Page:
I personally would never risk something like 4Gcommunity again, mainly because when I did have 4gcommunity and they made their announcement I JUST HIT one year and was about to renew. That was almost a few hundred dollars mistake.
Landlords can be tricky. If it is possible to setup cable, since it does not require a giant dish, I would try for comcast.
You can try them for a year at the same price as Calyx, and comcast does have the ability to let customers connect to many different hotspots around the country free. So a benefit is if you go to a friend's place, and they have comcast, you dont even need to ask for their password. Likewise, if you go to a restaurant and they use comcast their password is not required either.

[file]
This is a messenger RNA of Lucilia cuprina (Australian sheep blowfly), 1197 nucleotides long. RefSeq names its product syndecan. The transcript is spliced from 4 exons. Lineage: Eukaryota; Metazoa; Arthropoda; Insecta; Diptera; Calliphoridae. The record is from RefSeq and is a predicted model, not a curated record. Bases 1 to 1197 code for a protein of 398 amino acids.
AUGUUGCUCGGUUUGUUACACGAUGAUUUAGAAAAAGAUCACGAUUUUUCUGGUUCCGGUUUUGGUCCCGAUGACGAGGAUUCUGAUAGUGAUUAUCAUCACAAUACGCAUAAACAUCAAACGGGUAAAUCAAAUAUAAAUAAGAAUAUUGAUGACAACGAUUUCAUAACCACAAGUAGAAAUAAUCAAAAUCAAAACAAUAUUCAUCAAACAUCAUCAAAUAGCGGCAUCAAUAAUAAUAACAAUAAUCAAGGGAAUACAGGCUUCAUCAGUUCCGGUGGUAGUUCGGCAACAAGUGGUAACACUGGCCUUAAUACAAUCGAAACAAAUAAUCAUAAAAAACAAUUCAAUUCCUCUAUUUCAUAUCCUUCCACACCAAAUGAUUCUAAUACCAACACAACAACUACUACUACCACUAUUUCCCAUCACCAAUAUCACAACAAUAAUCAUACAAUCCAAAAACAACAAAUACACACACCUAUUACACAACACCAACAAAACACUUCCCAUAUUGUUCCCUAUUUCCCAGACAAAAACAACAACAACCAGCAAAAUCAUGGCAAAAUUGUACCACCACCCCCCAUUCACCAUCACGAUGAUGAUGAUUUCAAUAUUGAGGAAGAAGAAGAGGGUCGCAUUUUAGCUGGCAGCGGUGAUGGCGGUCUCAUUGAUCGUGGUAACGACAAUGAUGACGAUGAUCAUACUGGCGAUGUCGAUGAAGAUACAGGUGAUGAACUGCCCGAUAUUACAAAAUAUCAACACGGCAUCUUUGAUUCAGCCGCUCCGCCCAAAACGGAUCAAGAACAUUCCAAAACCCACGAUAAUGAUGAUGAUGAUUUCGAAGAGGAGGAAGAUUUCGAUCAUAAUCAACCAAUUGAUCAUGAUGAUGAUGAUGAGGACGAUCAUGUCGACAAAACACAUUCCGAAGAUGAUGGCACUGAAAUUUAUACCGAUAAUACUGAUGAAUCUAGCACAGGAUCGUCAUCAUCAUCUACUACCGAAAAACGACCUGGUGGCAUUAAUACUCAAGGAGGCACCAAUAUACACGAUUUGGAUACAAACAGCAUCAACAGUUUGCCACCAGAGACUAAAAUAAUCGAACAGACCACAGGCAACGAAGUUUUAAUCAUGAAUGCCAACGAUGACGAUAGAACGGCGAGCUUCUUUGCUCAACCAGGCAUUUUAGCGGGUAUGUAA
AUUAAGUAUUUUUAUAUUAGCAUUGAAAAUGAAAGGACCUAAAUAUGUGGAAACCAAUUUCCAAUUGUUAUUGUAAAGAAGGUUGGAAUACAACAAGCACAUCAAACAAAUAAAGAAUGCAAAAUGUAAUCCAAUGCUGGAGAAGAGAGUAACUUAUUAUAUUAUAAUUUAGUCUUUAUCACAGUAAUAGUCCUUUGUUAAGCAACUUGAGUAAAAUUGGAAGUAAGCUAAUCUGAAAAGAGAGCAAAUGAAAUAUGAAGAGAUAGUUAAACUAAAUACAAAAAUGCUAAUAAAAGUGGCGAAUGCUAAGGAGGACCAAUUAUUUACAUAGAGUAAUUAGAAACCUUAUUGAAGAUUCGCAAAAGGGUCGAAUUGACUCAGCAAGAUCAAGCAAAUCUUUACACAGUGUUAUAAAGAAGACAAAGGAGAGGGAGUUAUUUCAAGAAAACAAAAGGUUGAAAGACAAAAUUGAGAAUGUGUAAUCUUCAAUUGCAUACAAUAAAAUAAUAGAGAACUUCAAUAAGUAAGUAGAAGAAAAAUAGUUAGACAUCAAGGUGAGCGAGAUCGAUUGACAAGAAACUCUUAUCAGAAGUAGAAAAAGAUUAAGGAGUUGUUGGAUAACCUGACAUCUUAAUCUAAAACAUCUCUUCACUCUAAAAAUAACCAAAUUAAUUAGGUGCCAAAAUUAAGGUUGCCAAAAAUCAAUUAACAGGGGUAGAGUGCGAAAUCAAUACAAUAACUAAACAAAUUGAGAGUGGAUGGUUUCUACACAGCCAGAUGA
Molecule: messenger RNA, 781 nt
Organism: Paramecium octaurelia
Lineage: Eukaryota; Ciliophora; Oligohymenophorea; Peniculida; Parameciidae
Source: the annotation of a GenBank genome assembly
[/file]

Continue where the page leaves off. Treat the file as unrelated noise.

There are apps that do have the ability to override this restriction, I believe it is called PDANET or something like that. That is my two cents.
I have a Tello line, and it's been great. I only have 200mb LTE, plus 2G fallback-- so it's been easy for me to play with 2G.
Even with PDANet to overcome the tethering problem, I think you would find the 2G unworkable for your needs. Video simply isn't possible, even with inset screen and low resolution. General web browsing works just fine with some patience and Puffin browser.
PDANet might provide a solution for a cellphone plan with significant amounts of LTE & no allowed tethering.
Avoid Calyx at all costs!